It was 84° out here on Friday, so after a long and busy week, we decided to take the day off and drive out to Hippie Hollow - one of Austin's lake beaches. We got there early enough to grab one of the few tree-shaded spots, looking forward to a quiet afternoon of reading and napping in the sun.
As more people started showing up and filling the beach I saw my relaxing dreams slowly fade away. Whenever I spotted someone surveying the area near us I noticed myself getting anxious: "great, there goes our quiet afternoon. This person's gonna blast their music/party with their friends/try to start a conversation". You can already tell, I got some social anxiety issues.
A couple of weeks ago I wrote about shadow aspects: these traits and behaviors that make our jaws clench and trigger a strong visceral reaction when they're on display - by ourselves or others. Sure, people can do really hurtful things to us, so I'm not referring to that. Yet we can get really bothered when someone is acting a certain way around us, even if it has nothing to do with us directly. More ironically, we can spot these behaviors a mile away, and they can take all of our attention, regardless of what we're doing or how much we really don't want to pay attention to it. Trying to relax on the beach, just the thought of these behaviors (none of them actually happened around us) raised my anxiety level.
So what makes us have such a strong reaction in these situations? The keyword in the description of shadow is rejected. Debbie Ford, in one of the most popular books that talk about shadow aspects (The Dark Side of the Light Chasers) describes the holographic model of the universe: “every piece of the universe contains the intelligence of the whole... Each of us possess every human quality. There is nothing we can see or perceive that we are not, and the purpose of our journey is to restore ourselves to this wholeness". For one reason or another, we decided behavior x is bad, and that (often early, unconscious) decision is what's steering our conscious wheel now.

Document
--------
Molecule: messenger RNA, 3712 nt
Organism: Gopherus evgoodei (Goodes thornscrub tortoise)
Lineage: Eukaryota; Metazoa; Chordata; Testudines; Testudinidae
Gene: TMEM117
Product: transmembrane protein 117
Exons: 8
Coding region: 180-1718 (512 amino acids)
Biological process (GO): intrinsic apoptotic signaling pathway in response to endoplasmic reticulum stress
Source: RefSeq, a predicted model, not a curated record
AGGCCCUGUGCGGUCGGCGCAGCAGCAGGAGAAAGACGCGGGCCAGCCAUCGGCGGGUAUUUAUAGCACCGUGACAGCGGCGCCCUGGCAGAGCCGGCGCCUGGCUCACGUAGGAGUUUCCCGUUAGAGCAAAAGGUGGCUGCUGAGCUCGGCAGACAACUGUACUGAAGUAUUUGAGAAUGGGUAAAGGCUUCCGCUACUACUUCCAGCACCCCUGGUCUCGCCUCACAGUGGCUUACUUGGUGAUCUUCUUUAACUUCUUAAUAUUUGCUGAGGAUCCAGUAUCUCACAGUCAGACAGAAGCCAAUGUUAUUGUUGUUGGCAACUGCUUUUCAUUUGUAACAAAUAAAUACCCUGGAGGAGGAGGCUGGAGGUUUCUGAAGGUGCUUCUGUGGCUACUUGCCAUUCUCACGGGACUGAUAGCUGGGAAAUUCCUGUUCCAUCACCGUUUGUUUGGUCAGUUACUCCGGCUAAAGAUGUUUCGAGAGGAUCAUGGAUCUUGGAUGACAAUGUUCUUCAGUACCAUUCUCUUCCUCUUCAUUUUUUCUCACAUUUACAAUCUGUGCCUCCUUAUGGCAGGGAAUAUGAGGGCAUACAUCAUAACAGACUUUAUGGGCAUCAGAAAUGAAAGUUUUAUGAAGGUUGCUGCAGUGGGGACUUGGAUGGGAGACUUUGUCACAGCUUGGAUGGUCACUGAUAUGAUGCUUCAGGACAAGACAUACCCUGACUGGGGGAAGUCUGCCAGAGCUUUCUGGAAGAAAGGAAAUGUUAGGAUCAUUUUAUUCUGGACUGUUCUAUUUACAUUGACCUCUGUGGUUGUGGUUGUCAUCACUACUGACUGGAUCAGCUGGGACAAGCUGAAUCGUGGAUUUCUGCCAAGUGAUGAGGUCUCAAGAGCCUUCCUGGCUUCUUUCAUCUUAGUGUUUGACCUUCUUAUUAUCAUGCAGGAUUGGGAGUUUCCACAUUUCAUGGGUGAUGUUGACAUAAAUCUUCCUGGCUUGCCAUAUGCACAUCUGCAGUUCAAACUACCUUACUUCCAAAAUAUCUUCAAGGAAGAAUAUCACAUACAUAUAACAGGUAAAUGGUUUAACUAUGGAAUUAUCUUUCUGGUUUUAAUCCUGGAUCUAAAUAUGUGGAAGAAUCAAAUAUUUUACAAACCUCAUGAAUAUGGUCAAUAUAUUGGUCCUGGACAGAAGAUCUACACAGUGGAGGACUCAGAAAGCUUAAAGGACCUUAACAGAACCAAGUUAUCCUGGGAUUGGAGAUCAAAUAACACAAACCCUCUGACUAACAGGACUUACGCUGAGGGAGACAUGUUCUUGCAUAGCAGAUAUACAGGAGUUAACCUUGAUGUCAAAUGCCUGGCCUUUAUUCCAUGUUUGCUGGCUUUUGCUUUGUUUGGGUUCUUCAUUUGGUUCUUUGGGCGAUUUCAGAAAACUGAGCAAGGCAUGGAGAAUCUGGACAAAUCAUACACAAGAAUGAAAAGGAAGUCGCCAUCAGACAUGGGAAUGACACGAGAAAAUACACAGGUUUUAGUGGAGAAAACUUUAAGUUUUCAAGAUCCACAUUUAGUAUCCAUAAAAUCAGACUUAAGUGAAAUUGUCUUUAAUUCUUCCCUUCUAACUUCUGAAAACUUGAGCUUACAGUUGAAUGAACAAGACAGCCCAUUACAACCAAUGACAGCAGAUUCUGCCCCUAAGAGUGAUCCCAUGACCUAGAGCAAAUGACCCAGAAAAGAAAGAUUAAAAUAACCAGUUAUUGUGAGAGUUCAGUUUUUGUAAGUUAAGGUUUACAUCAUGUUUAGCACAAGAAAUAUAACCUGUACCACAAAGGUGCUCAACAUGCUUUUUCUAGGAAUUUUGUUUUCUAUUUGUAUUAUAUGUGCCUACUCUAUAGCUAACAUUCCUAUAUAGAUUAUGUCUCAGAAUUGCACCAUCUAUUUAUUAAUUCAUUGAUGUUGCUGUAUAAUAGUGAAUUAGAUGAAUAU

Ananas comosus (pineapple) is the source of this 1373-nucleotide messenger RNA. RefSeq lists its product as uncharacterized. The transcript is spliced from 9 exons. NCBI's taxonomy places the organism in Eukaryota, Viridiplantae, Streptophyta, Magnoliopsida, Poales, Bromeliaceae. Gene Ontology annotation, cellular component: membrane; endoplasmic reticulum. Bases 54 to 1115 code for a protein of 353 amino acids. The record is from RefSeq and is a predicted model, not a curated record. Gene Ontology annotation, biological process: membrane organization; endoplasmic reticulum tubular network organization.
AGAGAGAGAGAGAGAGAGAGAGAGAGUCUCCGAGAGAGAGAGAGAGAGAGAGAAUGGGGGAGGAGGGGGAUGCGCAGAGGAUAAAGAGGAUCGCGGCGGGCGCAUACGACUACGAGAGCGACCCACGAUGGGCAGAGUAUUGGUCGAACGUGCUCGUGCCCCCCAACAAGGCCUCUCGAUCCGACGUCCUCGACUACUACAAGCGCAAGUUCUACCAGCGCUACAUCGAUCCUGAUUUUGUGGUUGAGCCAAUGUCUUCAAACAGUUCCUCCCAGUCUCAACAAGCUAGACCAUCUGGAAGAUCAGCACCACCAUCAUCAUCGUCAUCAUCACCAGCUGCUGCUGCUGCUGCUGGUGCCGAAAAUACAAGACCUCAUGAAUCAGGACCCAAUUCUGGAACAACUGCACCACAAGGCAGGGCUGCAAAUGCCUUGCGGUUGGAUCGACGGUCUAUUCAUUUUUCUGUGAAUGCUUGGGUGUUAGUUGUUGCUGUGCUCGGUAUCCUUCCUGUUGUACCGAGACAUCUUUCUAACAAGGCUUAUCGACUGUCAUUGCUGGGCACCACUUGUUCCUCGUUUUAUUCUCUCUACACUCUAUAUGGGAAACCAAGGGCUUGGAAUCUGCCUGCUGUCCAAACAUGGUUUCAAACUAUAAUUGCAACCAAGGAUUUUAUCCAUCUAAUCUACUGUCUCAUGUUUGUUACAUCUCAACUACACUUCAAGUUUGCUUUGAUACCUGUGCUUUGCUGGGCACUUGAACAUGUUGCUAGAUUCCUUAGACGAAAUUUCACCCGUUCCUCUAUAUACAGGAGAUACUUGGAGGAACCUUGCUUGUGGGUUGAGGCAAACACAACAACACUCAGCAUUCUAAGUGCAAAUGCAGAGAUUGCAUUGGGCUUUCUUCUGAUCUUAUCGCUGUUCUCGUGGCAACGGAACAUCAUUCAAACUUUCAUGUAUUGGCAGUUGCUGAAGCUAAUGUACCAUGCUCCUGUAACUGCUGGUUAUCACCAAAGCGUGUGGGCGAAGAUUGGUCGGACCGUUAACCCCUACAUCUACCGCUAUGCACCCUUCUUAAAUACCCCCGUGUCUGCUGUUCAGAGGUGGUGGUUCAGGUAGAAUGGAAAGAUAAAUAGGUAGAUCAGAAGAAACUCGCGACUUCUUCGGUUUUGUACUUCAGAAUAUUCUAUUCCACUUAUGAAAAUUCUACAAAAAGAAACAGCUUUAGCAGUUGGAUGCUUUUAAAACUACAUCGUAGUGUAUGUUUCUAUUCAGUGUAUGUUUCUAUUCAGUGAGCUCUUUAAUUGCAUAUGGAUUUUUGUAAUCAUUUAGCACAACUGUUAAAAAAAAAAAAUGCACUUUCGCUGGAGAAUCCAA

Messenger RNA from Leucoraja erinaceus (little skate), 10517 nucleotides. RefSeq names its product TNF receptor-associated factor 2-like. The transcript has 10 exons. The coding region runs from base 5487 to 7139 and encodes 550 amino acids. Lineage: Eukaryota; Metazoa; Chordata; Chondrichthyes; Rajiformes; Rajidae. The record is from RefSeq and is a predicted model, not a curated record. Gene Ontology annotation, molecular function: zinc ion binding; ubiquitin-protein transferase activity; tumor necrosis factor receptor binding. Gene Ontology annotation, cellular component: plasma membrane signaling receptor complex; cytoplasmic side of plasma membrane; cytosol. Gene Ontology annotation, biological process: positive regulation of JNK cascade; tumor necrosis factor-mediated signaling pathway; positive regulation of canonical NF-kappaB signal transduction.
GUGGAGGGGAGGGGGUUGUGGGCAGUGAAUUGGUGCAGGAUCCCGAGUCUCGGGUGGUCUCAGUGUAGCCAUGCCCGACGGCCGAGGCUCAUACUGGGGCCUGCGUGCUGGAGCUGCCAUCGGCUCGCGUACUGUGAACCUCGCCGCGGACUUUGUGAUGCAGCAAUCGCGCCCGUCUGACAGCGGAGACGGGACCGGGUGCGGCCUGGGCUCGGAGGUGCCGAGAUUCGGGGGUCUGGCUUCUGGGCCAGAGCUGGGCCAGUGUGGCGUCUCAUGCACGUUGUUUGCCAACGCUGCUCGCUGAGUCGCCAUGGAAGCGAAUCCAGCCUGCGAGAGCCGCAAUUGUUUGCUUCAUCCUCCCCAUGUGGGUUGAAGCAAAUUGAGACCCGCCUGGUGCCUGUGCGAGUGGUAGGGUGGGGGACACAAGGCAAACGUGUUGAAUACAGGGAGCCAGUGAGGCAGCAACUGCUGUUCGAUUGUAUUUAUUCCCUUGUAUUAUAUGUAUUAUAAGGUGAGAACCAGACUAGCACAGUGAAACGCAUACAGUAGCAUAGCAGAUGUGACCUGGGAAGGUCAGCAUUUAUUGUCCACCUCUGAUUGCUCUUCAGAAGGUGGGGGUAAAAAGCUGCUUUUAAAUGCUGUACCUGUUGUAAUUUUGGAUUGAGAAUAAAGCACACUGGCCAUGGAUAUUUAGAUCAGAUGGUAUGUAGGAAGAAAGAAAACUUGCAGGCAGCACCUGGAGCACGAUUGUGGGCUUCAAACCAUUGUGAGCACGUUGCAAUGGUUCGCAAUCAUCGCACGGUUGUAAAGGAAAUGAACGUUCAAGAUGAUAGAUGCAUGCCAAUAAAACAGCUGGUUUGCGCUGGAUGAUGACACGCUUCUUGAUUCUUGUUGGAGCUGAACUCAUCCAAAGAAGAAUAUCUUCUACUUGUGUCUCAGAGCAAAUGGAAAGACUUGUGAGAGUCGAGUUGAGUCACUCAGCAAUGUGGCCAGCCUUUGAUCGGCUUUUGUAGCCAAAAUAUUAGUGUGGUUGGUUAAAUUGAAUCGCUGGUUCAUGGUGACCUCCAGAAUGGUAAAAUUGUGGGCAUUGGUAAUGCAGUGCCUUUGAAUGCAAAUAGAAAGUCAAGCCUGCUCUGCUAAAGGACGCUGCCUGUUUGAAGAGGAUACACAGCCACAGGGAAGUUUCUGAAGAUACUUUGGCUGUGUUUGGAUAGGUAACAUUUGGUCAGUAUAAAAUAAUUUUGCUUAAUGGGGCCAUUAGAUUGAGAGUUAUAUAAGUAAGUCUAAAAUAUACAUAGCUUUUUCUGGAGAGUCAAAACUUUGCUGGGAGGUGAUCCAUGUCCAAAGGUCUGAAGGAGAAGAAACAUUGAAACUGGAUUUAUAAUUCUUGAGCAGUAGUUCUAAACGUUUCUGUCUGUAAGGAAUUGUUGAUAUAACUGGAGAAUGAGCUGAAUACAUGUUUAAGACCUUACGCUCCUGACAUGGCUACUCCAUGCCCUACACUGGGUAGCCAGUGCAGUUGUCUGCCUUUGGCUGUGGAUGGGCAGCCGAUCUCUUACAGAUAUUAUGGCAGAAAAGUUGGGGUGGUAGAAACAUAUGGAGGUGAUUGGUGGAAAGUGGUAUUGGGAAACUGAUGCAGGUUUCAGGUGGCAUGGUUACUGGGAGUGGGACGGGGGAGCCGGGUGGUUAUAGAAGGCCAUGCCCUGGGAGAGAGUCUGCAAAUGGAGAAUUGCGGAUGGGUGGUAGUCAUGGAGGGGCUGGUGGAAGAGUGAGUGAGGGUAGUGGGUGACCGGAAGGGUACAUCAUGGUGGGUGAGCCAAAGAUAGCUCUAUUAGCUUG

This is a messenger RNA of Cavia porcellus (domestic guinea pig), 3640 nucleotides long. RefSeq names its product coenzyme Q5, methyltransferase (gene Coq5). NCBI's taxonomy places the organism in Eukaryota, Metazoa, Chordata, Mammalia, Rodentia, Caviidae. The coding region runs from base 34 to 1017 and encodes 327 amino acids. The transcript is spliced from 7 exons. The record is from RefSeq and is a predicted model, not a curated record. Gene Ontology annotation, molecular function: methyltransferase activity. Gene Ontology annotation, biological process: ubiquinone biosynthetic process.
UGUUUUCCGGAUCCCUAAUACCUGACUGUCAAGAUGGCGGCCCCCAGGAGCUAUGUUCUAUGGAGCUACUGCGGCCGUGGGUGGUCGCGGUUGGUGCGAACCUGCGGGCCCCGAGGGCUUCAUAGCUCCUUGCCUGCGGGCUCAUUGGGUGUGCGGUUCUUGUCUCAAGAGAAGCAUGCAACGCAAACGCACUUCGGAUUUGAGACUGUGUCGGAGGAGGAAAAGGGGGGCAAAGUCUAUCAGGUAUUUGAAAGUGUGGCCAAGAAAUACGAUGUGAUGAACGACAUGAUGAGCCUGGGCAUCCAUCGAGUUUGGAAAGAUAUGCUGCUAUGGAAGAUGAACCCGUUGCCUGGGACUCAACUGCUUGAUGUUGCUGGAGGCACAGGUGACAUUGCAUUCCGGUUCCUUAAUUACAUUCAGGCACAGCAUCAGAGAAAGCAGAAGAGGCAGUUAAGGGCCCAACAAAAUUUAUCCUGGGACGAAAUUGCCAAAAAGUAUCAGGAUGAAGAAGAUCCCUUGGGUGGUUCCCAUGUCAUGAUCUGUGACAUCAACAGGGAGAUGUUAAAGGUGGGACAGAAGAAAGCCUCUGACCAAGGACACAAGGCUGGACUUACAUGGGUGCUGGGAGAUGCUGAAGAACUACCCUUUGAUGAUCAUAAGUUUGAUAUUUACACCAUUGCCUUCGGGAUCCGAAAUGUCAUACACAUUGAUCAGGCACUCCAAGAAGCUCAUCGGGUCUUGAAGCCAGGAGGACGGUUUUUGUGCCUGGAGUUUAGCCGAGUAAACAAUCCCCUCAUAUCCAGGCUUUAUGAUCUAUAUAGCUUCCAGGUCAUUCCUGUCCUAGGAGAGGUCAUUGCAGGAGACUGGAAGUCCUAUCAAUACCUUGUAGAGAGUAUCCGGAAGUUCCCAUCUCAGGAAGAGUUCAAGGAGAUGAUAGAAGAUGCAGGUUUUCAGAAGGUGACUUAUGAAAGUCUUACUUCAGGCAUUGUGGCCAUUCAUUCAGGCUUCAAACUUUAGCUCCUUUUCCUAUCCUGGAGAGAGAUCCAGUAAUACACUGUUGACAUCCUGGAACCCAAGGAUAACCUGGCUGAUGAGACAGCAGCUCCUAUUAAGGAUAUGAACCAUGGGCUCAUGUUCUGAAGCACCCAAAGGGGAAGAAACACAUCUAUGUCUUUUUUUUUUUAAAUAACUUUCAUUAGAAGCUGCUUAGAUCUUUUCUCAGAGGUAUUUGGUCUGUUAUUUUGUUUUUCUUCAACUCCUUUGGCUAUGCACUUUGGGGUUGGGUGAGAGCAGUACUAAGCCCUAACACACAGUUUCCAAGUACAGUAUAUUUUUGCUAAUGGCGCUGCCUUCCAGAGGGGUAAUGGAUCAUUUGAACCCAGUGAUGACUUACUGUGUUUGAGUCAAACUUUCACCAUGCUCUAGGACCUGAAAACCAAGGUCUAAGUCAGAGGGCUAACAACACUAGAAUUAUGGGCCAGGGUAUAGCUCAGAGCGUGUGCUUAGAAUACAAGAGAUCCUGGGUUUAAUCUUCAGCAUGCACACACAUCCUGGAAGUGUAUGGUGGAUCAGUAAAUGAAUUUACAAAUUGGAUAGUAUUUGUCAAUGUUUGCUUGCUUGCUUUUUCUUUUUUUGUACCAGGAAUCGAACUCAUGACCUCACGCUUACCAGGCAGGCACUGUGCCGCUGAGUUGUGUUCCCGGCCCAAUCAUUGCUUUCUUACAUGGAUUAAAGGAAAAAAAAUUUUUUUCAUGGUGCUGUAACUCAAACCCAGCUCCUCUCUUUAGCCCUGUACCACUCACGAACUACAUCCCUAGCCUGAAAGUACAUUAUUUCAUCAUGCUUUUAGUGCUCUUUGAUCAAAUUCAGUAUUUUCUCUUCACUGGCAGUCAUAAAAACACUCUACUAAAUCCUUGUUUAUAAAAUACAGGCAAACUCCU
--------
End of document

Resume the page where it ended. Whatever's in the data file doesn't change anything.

Regardless of the specific approach to the topic (and there are endless possible angles out there, from analytical psychology to new age to quantum physics to Buddhism) the starting point in addressing one's shadow aspects is identifying what they are. Triggers and projections are great signs for what your shadow aspects might be (and also advice you find yourself give others - that's probably advice you'd want to act on yourself). For me, I could definitely do some work on not feeling all charged up over casual conversations with strangers (or god forbid even enjoy them) - who knows, my beach experience might actually become relaxing...
Can you already tell what are a couple of your personal shadows? What behaviors get a (somewhat unreasonable) reaction out of you?
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Surprisingly, shadows can also cover aspects that we consider as positive. Some our of shadow aspects are where our greatest talents are buried, so next week I'm going to share more about our Golden Shadows and how they could be the key to your motivation.